Thursday, August 21, 2014

Preemie Begins Transition to Solid Foods

Emily is 19 months old (16 months adjusted) and weighs 19 pounds 2.5 ounces. We're doing everything we can to help her gain weight before we enter RSV and flu season -- especially since it is unclear if she will qualify for Synagis this year.
Formula remains Emily's primary source of calories, but we're beginning to make considerable progress with solids.
It has been challenging trying to find foods that Emily likes, can chew and swallow, and are milk-free (due to her milk intolerance). Below is a list of foods that Emily enjoys:
-Small diced pieces of banana
-Small diced pieces of strawberry
-Mashed sweet potato 
-Mashed potatoes (made without milk)
-Spinach smoothise isxed with strawberries, bananas, and/or coconut milk yogurt
-Rice (She loves Spanish rice)
-Cut up noodles
-Rice crackers
-Small diced pieces of grilled chicken
-Hummus made with chickpeas
-Small pieces of meatloaf (made without milk)
-Pretzels shaped like a stick
-Food pouches (sans milk)
-Animal crackers
-Wheat thins
-Coconut milk yogurt

Finding milk-free foods that are easy to eat and don't trigger Emily's sensitive gag reflex has been very challenging. Grocery shopping often takes a lot longer as I have to carefully read labels for milk (and other words that indicate milk, such as whey, cream, etc). It's incredible to discover how many food products contain milk. I would love to get some non-milk recipes to try for my family. Please share your favorite recipe in the comment section below.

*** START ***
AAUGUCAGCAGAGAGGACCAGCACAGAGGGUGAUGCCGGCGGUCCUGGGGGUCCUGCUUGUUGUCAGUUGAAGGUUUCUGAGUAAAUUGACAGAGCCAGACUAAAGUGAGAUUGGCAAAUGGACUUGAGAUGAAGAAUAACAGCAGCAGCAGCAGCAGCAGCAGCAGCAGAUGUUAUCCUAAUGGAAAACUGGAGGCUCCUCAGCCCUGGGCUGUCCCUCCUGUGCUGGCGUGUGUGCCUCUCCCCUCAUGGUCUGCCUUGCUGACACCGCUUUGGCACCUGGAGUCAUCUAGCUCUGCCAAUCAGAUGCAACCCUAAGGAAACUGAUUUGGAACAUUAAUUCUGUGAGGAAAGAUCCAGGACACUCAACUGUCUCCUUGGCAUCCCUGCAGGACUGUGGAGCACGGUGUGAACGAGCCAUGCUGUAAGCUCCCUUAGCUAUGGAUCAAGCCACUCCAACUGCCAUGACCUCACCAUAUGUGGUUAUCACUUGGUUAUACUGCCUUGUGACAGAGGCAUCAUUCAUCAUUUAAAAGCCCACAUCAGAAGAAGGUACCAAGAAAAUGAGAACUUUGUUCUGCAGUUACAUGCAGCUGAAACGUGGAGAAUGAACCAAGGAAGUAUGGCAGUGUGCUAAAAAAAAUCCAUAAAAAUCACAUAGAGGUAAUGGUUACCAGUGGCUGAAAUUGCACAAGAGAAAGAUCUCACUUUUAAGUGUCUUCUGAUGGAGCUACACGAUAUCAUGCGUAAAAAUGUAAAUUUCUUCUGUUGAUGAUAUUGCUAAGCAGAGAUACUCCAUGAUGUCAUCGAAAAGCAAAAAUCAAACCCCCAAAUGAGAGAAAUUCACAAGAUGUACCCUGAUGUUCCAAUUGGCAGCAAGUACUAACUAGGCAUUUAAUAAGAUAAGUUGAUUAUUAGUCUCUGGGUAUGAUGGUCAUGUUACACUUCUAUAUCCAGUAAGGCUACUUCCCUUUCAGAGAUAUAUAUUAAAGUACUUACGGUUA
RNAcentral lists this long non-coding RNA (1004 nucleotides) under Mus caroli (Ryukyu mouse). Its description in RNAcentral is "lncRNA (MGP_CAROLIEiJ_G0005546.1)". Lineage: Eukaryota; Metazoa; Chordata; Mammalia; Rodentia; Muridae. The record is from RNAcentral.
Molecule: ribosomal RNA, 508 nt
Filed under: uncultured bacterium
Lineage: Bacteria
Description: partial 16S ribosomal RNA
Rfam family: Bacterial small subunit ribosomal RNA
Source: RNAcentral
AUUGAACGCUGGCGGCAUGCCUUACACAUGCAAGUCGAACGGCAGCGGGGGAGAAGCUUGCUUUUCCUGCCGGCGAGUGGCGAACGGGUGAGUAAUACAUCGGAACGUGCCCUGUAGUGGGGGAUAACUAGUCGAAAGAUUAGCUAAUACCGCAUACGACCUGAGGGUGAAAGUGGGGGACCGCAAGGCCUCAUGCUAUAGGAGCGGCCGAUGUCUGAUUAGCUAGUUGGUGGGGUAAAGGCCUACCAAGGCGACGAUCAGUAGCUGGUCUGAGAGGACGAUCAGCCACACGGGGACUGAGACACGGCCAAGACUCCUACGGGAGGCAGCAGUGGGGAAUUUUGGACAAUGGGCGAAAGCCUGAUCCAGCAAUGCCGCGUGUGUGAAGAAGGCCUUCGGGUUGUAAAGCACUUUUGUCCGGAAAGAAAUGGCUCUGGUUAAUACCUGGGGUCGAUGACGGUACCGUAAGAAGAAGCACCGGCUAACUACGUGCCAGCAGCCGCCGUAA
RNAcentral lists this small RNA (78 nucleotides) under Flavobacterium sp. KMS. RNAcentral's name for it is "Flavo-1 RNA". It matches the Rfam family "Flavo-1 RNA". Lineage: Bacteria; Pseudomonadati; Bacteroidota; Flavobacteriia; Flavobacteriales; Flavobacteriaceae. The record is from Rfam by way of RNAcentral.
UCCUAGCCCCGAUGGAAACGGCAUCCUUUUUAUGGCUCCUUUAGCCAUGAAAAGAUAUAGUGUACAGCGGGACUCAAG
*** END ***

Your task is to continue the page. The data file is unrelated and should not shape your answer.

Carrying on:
Thanks a bunch and have a wonderful day!

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  1. Summer Vegetables with Sausage and Potatoes – one of my summer favorites!
    Summer Vegetables with Sausage and Potatoes – one of my summer favorites!

    I haven't tried this, but it looks good.
    BTW, are you concerned when a product (for example Dr. Praeger's Veggie Burgers) are dairy free but are made in a facility that uses wheat, soy, eggs, and MILK?

  2. I make a lentil soup that's just lentils, onion, olive oil, and salt + whatever spices you like. Everything simmers until it turns into a kind of unappealing looking sludge, ha! Yet it is the ONE soup my once upon a time hard to feed daughter loved. The nice thing is it can be as thick or as thin as you want for texture issues. My daughter would eat it thinned out but if it was thick or chunky she'd gag.

    When I had to go dairy free, we made a lot of pureed soups: